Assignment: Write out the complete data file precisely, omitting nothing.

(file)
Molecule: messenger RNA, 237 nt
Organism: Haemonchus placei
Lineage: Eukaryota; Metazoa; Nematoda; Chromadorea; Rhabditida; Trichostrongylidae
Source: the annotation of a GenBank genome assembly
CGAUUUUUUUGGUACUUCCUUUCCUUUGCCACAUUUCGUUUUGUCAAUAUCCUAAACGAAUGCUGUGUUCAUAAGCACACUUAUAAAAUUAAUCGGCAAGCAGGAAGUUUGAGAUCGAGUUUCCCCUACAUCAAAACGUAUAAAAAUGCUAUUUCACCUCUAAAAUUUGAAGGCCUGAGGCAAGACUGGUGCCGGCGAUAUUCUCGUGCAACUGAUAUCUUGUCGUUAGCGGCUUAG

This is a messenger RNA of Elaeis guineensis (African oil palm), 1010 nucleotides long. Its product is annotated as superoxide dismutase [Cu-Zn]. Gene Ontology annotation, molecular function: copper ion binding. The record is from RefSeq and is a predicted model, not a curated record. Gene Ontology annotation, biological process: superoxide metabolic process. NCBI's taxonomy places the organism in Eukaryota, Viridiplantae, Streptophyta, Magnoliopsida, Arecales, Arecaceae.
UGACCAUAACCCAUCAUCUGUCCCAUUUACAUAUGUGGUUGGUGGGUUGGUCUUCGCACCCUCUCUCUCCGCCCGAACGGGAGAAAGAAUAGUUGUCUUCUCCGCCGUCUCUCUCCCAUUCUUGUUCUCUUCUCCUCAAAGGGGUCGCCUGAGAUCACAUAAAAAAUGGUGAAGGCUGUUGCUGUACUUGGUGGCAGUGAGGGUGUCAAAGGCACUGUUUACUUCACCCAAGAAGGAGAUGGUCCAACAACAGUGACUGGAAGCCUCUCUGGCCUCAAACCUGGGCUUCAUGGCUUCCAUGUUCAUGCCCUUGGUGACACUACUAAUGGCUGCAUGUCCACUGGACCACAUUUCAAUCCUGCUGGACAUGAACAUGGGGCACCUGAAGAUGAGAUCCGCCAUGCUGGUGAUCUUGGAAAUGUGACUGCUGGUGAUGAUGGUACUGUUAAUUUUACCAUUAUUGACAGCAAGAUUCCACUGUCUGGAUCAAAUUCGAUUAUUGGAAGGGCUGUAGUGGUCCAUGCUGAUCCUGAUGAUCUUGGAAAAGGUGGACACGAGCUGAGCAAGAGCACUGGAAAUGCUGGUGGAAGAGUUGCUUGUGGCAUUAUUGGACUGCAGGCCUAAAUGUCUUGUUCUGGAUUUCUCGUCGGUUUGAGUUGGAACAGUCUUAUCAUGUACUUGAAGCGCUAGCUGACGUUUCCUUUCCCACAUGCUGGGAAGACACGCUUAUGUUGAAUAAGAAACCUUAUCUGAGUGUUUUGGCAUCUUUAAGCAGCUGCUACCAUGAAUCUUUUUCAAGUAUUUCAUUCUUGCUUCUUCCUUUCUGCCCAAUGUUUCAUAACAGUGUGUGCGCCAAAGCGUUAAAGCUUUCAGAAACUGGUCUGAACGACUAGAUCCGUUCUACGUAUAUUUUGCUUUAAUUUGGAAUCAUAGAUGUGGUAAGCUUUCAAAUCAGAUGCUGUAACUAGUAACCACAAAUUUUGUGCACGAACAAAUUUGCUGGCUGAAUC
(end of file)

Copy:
Molecule: messenger RNA, 237 nt
Organism: Haemonchus placei
Lineage: Eukaryota; Metazoa; Nematoda; Chromadorea; Rhabditida; Trichostrongylidae
Source: the annotation of a GenBank genome assembly
CGAUUUUUUUGGUACUUCCUUUCCUUUGCCACAUUUCGUUUUGUCAAUAUCCUAAACGAAUGCUGUGUUCAUAAGCACACUUAUAAAAUUAAUCGGCAAGCAGGAAGUUUGAGAUCGAGUUUCCCCUACAUCAAAACGUAUAAAAAUGCUAUUUCACCUCUAAAAUUUGAAGGCCUGAGGCAAGACUGGUGCCGGCGAUAUUCUCGUGCAACUGAUAUCUUGUCGUUAGCGGCUUAG

This is a messenger RNA of Elaeis guineensis (African oil palm), 1010 nucleotides long. Its product is annotated as superoxide dismutase [Cu-Zn]. Gene Ontology annotation, molecular function: copper ion binding. The record is from RefSeq and is a predicted model, not a curated record. Gene Ontology annotation, biological process: superoxide metabolic process. NCBI's taxonomy places the organism in Eukaryota, Viridiplantae, Streptophyta, Magnoliopsida, Arecales, Arecaceae.
UGACCAUAACCCAUCAUCUGUCCCAUUUACAUAUGUGGUUGGUGGGUUGGUCUUCGCACCCUCUCUCUCCGCCCGAACGGGAGAAAGAAUAGUUGUCUUCUCCGCCGUCUCUCUCCCAUUCUUGUUCUCUUCUCCUCAAAGGGGUCGCCUGAGAUCACAUAAAAAAUGGUGAAGGCUGUUGCUGUACUUGGUGGCAGUGAGGGUGUCAAAGGCACUGUUUACUUCACCCAAGAAGGAGAUGGUCCAACAACAGUGACUGGAAGCCUCUCUGGCCUCAAACCUGGGCUUCAUGGCUUCCAUGUUCAUGCCCUUGGUGACACUACUAAUGGCUGCAUGUCCACUGGACCACAUUUCAAUCCUGCUGGACAUGAACAUGGGGCACCUGAAGAUGAGAUCCGCCAUGCUGGUGAUCUUGGAAAUGUGACUGCUGGUGAUGAUGGUACUGUUAAUUUUACCAUUAUUGACAGCAAGAUUCCACUGUCUGGAUCAAAUUCGAUUAUUGGAAGGGCUGUAGUGGUCCAUGCUGAUCCUGAUGAUCUUGGAAAAGGUGGACACGAGCUGAGCAAGAGCACUGGAAAUGCUGGUGGAAGAGUUGCUUGUGGCAUUAUUGGACUGCAGGCCUAAAUGUCUUGUUCUGGAUUUCUCGUCGGUUUGAGUUGGAACAGUCUUAUCAUGUACUUGAAGCGCUAGCUGACGUUUCCUUUCCCACAUGCUGGGAAGACACGCUUAUGUUGAAUAAGAAACCUUAUCUGAGUGUUUUGGCAUCUUUAAGCAGCUGCUACCAUGAAUCUUUUUCAAGUAUUUCAUUCUUGCUUCUUCCUUUCUGCCCAAUGUUUCAUAACAGUGUGUGCGCCAAAGCGUUAAAGCUUUCAGAAACUGGUCUGAACGACUAGAUCCGUUCUACGUAUAUUUUGCUUUAAUUUGGAAUCAUAGAUGUGGUAAGCUUUCAAAUCAGAUGCUGUAACUAGUAACCACAAAUUUUGUGCACGAACAAAUUUGCUGGCUGAAUC